St. Louis City, County Join Together to Tackle STD Problem

By Blythe, Bernhard | St Louis Post-Dispatch (MO), July 6, 2018 | Go to article overview

St. Louis City, County Join Together to Tackle STD Problem


Blythe, Bernhard, St Louis Post-Dispatch (MO)


ST. LOUIS - The city has taken the unusual step of asking for the county's help in tackling its long-standing problem with sexually transmitted diseases.

A city contract that started July 1 will pay the St. Louis County Department of Public Health, Planned Parenthood, St. Louis Effort for AIDS and other nonprofit organizations to test and treat STDs in low-income and uninsured city residents.

"We were very fortunate to be the recipient of part of this grant ... to help cover testing and treatment that we do for those clients who have no other means of paying for it," said Mary Kogut, CEO of Planned Parenthood of St. Louis, which provides 60,000 STD tests yearly.

St. Louis has ranked highest in the country for rates of the sexually transmitted diseases chlamydia and gonorrhea for at least two decades, according to the Centers for Disease Control and Prevention. Without its own public health clinics, the city has historically contracted out for testing and treatment.

The city's chlamydia rate in 2016 (1,297 per 100,000 residents) was unchanged from 2013, and the gonorrhea rate over the same period increased from 551 per 100,000 residents to 750 per 100,000.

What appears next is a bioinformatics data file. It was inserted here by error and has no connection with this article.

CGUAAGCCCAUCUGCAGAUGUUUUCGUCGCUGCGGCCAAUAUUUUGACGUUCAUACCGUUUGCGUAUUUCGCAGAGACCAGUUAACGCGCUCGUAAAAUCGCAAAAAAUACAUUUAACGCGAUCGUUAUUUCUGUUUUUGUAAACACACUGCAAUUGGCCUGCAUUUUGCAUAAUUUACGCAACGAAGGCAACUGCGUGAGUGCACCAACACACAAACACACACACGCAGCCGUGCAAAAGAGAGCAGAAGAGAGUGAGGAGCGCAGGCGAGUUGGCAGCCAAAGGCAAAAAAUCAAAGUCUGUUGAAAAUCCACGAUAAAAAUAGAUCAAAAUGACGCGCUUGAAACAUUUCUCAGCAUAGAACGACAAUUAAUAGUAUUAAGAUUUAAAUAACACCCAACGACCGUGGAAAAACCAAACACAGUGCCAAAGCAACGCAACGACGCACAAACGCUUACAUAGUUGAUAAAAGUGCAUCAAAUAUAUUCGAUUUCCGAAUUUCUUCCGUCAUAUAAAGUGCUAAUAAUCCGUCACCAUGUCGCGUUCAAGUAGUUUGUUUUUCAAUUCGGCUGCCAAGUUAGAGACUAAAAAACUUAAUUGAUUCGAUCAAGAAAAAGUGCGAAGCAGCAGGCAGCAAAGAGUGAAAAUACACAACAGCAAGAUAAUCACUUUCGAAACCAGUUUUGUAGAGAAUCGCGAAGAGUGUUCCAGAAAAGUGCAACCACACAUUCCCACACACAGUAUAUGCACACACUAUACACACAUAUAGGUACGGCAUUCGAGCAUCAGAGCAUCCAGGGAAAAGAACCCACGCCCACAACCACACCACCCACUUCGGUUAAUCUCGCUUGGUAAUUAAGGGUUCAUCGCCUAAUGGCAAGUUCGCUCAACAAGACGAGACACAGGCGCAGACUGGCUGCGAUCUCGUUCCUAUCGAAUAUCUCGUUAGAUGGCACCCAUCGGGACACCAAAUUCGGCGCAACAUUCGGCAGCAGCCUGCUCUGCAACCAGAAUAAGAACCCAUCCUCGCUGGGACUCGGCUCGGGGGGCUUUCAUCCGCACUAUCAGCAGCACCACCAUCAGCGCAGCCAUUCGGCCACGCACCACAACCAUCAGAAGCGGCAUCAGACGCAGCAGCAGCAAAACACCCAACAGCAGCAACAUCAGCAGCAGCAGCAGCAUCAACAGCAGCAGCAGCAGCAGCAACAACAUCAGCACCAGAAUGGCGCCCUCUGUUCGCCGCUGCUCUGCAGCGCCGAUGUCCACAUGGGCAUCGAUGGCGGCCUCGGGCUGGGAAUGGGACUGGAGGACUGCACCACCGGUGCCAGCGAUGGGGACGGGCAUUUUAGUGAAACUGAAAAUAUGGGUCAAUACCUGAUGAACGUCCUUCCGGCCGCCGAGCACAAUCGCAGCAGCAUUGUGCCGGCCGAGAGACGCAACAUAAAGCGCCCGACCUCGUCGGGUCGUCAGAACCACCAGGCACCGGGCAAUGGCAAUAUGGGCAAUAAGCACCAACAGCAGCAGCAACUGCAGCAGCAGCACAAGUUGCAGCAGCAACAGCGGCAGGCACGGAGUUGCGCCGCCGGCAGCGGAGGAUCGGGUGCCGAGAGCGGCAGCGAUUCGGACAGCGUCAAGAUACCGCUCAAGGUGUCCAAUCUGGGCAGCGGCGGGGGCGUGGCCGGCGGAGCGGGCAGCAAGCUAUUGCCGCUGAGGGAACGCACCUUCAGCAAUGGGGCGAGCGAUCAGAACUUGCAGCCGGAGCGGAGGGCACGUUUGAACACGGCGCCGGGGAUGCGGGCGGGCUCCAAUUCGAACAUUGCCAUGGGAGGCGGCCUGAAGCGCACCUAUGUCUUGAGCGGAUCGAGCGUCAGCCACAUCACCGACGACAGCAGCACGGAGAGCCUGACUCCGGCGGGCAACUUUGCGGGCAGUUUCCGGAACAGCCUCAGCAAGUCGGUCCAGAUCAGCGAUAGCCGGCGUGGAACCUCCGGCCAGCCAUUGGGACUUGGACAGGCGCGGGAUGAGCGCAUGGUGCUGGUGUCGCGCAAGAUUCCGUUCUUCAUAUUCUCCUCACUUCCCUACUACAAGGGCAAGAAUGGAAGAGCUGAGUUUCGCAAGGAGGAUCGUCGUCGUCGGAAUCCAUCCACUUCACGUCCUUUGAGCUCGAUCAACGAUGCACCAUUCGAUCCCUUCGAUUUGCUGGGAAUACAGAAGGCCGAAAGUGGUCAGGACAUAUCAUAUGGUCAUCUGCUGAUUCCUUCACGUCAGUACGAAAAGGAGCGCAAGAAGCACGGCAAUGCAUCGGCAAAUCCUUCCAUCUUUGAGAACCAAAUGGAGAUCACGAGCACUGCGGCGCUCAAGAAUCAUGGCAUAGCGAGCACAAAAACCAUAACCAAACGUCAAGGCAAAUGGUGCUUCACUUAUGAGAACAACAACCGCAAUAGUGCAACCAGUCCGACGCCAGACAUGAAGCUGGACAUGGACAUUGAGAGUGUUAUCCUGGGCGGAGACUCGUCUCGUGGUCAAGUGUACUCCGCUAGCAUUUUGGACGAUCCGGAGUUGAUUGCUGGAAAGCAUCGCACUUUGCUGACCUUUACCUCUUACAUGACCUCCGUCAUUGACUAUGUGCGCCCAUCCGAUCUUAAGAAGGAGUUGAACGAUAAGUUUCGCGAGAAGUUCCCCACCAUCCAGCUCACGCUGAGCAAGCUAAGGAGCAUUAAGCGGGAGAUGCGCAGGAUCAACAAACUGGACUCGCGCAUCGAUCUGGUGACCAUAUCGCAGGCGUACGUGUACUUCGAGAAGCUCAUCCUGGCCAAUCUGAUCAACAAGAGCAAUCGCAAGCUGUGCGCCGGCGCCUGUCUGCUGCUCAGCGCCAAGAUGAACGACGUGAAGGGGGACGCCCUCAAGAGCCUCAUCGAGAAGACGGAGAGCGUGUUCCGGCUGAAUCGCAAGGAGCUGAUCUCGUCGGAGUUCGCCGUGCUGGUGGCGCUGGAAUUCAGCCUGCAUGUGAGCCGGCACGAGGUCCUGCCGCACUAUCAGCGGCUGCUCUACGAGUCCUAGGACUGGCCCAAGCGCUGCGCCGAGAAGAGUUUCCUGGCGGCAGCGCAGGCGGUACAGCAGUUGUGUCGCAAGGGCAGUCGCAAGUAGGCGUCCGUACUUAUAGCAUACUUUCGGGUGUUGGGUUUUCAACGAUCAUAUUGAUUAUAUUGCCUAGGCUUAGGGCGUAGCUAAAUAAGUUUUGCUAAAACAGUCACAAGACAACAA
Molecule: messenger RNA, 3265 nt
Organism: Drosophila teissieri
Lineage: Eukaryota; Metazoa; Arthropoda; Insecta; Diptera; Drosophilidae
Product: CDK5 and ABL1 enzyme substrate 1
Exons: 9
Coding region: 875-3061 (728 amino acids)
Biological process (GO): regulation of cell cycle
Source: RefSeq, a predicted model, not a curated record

City health officials declined to give details on the new contract, which is awaiting formal approval.

After the 2013 closure of safety net provider ConnectCare, Dr. Sonny Saggar was awarded a no-bid contract to provide free STD testing and treatment for city residents without insurance or who otherwise can't pay at his Downtown Urgent Care and North City Urgent Care clinics.

The $200,000 contract was renewed annually through June, as questions arose about the lack of improvement in STD rates. Saggar's clinics had diagnosed less than 1 percent of the city's chlamydia and gonorrhea cases since 2014.

Dr. Will Ross, chairman of the Joint Boards of Health and Hospitals, which advises the city health department, told director Melba Moore in July 2017 that he was concerned that Saggar's clinics were not routinely testing for STDs and the contract should be reopened for bids, according to emails obtained by the Post-Dispatch.

Saggar, who was denied a contract renewal, said his clinics could not handle the workload of patients with sexually transmitted diseases. Without city funding, the north city clinic is likely to close this year, he said. …

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